Have you ever driven down the street or walked through a public area only to spot someone who looks way too young to be smoking? Have you had to move seats on a restaurant patio or change hotel rooms (here or abroad) because of the lingering scent of cigarette smoke?
Washington State Attorney General Bob Ferguson has supported legislation, House Bill 2313, that would increase the legal smoking age from 18 to 21. An independent poll by Stuart Elway was released last Wednesday, Jan. 20, which showed that most Washington state voters — 65 percent — would back the age increase.
On Jan. 1, Hawaii became the first state in the country to raise its legal smoking age to 21 — following the efforts of certain counties and cities like New York City and Hawaii County.
Northwest Asian Weekly supports this bill. According to the U.S. Centers for Disease Control and Prevention (CDC) cigarette smoking is the leading cause of preventable death in this country, causing one in five deaths overall. An Institute of Medicine report states that increasing the legal smoking age will have a substantial positive impact on public health, saving lives. After all, it’s not just those who smoke that are affected by cigarettes.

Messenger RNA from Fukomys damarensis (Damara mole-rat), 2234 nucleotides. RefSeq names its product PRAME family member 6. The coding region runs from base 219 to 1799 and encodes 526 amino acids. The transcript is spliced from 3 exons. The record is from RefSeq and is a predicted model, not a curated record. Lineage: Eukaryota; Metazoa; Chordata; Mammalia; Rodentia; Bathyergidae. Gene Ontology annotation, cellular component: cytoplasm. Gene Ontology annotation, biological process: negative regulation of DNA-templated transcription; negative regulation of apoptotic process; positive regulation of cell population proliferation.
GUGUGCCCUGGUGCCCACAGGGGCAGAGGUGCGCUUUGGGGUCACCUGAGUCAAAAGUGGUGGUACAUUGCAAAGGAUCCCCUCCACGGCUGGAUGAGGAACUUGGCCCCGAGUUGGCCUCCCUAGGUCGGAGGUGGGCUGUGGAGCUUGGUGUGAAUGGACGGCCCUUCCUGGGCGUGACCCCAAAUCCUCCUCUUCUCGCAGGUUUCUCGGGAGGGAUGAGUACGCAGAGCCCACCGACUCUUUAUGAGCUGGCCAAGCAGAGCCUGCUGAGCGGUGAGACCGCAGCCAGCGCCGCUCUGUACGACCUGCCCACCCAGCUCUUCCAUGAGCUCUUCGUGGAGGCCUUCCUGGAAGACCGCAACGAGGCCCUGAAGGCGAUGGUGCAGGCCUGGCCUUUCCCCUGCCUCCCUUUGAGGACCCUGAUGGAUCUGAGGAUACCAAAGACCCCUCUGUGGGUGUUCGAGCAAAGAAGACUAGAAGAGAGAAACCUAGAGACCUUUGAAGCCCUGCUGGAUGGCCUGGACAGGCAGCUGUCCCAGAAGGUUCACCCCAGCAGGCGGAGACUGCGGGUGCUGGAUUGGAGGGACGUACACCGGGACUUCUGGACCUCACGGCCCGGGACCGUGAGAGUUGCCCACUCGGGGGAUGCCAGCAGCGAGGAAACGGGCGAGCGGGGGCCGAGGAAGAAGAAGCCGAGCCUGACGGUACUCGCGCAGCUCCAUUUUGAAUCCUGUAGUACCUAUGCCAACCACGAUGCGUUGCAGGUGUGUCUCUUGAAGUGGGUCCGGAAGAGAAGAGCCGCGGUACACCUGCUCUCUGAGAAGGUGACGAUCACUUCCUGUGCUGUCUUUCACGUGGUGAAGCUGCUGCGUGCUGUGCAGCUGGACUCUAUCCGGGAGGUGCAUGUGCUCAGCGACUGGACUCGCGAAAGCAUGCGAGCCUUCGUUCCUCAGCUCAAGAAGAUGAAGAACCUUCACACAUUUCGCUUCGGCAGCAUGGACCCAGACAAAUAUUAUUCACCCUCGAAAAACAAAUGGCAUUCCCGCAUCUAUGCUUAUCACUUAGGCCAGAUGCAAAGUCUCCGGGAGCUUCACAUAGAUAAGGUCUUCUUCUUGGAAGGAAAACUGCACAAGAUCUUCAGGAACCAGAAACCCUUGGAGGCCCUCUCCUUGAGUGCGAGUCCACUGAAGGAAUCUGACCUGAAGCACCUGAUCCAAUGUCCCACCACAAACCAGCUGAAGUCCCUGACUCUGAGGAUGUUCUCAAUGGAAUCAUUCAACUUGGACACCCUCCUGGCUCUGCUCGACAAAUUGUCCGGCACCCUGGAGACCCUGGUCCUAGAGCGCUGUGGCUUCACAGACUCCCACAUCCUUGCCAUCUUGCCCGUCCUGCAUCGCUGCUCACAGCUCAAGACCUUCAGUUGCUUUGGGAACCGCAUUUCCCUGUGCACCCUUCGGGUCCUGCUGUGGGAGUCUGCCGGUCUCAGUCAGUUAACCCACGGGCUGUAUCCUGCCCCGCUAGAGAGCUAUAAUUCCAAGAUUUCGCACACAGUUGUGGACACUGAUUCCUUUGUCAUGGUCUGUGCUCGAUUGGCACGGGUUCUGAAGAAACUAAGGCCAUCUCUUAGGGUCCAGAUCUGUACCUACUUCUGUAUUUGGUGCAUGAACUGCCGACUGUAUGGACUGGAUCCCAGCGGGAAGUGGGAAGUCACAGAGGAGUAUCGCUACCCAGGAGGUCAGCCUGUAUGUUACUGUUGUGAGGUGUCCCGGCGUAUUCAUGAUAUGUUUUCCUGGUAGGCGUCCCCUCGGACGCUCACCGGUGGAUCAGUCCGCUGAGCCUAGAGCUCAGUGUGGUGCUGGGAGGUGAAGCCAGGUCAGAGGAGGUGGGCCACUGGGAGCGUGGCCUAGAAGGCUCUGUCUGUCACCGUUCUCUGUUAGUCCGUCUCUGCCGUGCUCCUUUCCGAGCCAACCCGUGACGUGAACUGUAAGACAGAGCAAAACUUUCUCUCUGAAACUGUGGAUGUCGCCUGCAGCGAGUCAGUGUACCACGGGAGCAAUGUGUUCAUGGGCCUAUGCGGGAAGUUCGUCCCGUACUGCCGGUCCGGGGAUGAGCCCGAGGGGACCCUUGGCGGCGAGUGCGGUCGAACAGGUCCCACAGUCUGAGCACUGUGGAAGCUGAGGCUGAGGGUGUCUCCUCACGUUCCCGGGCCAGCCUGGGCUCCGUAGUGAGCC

Additionally, data has shown that nearly all smokers began smoking before age 21.
Young people are the most susceptible to this harmful habit, which is precisely why so many tobacco ads target this age group. By increasing the sale age, we would making positive strides toward keeping tobacco and tobacco products out of high schools.
This is especially pertinent to Asian and Pacific Islander populations because, as anyone who has visited Asia knows — smoking is prevalent in many Asian countries.
We have a legacy of being smokers — men especially.
Children often model themselves on their parents, which is why this is an issue we are passionate about.
This bill also applies to e-cigarettes and vaping products, products that are known in popular culture as “safer” alternatives to cigarettes. But truly, the lasting health effects of these newer products are still unclear, though there have studies that show that e-cigarette vapors could lead to cancer.
Those three years between 18 and 21 are crucial — it’s the time when many young people mature and start making adult decisions. We believe that a little bit of extra time will allow young people to make more informed decisions about their future health. What seems harmless at age 18 can have severe consequences decades later. (end)